I love a good pissing match. Gore or Bush? Life or Choice? Smoking or Nonsmoking? Cash or Charge?
To channel-surf through a season of debates between world-leader wannabees, shouting pundits, finger-wagging consultants, big-time wrestlers, and football games suits my pathologies all too well. We love--let me say, I
love--the smell of contention in the morning, diverting us as it does from our own, internal fights.
Well down the food chain of such imbroglios, but no less compelling to the likes of me, is the nicely packaged question that turns up every now and then on late-night TV or talk-radio or the op-ed pages, to wit: Alcoholics Anonymous--Cult or Cure?
I love the crisp, monosyllabic alliteration of the question, its either-or-ness, its dark portent. There's a biblical or at least a Pauline quality to it, like Sex--Better to Marry Than to Burn?
Or Salvation--Faith or Works?
Or maybe Male Members--To Circumcise or Not?
Now, just like St. Paul, I like the sound of my own voice in my own mouth and better still in the ears of others. And, like Paul, I'm not always clear on whether I'm a Jew or a Roman or a Christian or Whatever, but who really cares, because, bottoms up, as long as I keep up my side of the argument, you know, as long as I sound like I'm searching for the truth, in vino veritas,
I can keep from noticing, and I can keep anyone else from noticing, that I'm beginning to slur my words a little, and I'm making eyes at the waitress, and I'm spending much more than I can afford, and I'm getting louder and more certain than I was before, because, you know, we have to grab what little gusto we can, and we only go around once in this life and this one's on me and what's a guy gotta do to get a drink around here? And who the hell are you to tell me when I've had enough? Because what I am really after is another drink and you can shove all the hypotheticals where the moon don't shine because I need a drink and after that I'll need another because that is the only real issue for me because. because.
Because what I am is alcoholic. Whenever I drink, I drink like a drunk. And when I'm drinking like one, there's no room in my life for any other considerations--not love or grief or family or work and certainly not these sappy damn rhetorical questions, except insofar as they provide a little cover for the one overwhelming fact of my life, which is that I'm alcoholic and I need a drink because I'm alcoholic and I need a drink because I'm alcoholic and did I mention that I need a drink? Do you see how it works? A logic that circles back on itself, like a snake eating its own tail, like a maelstrom turning towards your disappearance, like a quicksand against which the more you fight, the faster you sink. Like a black hole, a sadness, a sickness, an end.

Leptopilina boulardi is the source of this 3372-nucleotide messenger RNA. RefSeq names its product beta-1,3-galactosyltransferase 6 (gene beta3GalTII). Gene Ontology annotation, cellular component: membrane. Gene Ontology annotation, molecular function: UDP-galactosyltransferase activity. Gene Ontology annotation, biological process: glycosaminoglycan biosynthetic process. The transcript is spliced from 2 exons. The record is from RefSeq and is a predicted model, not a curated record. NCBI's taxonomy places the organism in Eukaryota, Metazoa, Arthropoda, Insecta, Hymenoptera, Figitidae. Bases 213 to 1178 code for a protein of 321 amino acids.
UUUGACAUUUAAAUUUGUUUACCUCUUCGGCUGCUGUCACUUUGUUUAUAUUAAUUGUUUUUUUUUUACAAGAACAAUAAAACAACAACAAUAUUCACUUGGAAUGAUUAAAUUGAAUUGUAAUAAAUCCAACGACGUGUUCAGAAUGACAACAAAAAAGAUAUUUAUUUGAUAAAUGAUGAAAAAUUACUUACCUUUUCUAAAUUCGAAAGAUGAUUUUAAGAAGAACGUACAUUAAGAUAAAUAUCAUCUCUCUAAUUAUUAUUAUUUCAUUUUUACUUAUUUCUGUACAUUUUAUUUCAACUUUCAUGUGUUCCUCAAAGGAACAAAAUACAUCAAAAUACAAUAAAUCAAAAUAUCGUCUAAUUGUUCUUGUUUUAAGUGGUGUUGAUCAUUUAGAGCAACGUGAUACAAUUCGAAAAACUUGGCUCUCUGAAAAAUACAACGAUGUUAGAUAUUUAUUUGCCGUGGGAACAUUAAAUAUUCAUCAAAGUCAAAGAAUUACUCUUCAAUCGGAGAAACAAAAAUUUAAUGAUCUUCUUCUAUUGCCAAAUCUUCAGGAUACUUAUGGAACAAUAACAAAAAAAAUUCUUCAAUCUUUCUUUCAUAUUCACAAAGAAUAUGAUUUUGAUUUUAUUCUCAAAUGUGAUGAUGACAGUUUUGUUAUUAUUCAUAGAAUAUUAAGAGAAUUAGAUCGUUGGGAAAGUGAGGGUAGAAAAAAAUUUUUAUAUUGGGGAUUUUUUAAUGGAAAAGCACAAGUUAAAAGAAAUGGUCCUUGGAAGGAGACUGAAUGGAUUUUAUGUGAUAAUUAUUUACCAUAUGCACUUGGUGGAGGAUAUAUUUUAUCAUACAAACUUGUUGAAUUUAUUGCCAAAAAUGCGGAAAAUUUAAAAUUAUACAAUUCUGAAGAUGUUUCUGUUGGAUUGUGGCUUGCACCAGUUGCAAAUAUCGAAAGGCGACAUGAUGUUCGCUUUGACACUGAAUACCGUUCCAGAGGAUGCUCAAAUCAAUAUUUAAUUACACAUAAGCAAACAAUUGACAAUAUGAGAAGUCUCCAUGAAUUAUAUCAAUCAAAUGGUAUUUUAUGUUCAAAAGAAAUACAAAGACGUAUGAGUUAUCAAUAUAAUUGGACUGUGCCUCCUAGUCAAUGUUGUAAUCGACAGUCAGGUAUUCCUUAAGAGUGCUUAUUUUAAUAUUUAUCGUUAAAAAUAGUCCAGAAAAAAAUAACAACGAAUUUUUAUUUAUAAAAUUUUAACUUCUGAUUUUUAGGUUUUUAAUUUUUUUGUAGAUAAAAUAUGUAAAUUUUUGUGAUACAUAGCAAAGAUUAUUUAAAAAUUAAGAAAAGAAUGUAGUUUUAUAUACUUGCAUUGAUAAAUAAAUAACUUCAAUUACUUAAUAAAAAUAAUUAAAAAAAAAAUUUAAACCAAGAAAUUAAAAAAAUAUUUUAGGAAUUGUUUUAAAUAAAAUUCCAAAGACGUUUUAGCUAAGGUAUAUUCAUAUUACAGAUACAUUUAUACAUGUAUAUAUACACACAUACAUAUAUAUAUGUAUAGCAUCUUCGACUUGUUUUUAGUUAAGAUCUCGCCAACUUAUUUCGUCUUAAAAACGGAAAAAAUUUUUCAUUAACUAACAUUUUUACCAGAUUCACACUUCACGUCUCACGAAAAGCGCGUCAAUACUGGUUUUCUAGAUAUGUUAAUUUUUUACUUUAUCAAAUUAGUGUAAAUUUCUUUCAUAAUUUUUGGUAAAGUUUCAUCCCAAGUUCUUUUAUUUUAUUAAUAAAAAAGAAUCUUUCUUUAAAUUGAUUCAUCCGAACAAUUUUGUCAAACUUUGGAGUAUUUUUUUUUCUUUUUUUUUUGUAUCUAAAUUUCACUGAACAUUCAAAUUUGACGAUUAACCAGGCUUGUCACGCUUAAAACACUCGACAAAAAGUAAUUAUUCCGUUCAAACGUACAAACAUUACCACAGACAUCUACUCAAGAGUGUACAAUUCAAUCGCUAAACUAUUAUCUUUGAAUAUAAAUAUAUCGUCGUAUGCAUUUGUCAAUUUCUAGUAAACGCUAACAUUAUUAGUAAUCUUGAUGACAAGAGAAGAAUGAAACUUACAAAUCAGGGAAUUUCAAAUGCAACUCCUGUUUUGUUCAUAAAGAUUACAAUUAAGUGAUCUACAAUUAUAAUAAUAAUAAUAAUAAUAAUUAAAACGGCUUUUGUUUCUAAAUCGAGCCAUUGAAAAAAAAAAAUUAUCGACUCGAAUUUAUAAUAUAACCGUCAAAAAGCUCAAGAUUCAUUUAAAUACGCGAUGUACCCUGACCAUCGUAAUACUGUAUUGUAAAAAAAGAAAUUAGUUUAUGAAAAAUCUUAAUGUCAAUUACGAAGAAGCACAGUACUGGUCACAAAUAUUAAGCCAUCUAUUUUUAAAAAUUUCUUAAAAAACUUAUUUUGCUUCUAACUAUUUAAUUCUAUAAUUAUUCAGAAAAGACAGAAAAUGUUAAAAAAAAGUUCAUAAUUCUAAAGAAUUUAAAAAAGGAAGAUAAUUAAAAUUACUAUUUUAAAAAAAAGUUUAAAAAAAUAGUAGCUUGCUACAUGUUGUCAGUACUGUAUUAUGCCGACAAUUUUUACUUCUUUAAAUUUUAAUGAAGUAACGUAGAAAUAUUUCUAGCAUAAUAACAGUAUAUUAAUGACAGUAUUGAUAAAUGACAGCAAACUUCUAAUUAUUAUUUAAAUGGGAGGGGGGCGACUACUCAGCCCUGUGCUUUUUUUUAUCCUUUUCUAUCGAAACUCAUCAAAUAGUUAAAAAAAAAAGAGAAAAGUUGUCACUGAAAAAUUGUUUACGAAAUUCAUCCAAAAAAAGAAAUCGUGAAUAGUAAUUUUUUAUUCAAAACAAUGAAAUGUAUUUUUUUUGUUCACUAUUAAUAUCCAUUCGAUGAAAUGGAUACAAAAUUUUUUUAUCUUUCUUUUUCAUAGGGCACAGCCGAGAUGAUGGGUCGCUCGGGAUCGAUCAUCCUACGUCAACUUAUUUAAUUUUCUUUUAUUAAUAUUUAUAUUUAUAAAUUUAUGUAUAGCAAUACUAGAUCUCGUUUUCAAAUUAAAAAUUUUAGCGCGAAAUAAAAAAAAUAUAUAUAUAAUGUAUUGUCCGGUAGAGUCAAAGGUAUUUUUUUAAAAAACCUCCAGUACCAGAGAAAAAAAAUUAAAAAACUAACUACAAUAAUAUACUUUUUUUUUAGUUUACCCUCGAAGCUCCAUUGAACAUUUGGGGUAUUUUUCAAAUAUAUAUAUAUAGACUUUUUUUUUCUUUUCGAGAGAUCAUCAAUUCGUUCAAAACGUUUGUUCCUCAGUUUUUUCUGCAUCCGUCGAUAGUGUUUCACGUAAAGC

But today I'm not drinking like one. Nor was I yesterday, nor the day before, nor any other day for going on 12 years now. I'd have to say I owe this sobriety to Alcoholics Anonymous. Because as long as I've been going to A.A., I haven't had to take a drink. So today I can consider the question at hand.
Is A.A. some kind of religious cult?
Here's the first thing they told me when I first showed up at an A.A. meeting: "The only requirement for membership is a desire to stop drinking. There are no dues or fees for A.A. membership; we are self-supporting through our own contributions. A.A. is not allied with any sect, denomination, politics, organization, or institution; does not wish to engage in any controversy, neither endorses nor opposes any causes. Our primary purpose is to stay sober and help other alcoholics achieve sobriety."
My church, my Rotary club, and my bowling league are each more cultish than A.A. is, requiring as they do more money, more time, more attendance, more participation, and a closer scrutiny of my performance than A.A. ever has. The same would be true if I belonged to a political party, a weekly poker club, the Knights of Columbus, or the AARP. A.A. has no poohbahs or bishops, colonels or captains, deacons or district governors. It has no uniform, passwords, special handshakes, or headgear. It takes no tithes, commissions, fines, or fees. There's no kool-aid to drink, communion to take, secret codes, or insignia. A.A. does not work by shame or guilt or fear or pride or power. It works by surrender, letting go, giving up, listening. It does not promise salvation, justice, fortune, or a better figure. You may come and go as you please. It claims no corner on the market of God. In fact, the only article of faith it requires is that if there's a God, it isn't me.
Nor is A.A. a cure. What I've got is alcohol-ISm, not alcohol-WASm. In fact, A.A. proclaims itself anything but a cure. It tells me I'll always be an alcoholic. But what I never have to be again is a drunk.
A.A. doesn't promise a cure. It promises a miracle: that while I'll never be cured of alcoholism, there's the hope that I mightn't die of it. What it offers is the full range of possibilities, one day at a time in which I can consider the important questions and the silly ones. So, whether cult or cure, grace or happenstance, whether all of these or none of the above, A.A. frees me from the past and future and gives me the moment, happy, joyous, and free--the present.
Maybe it's a gift.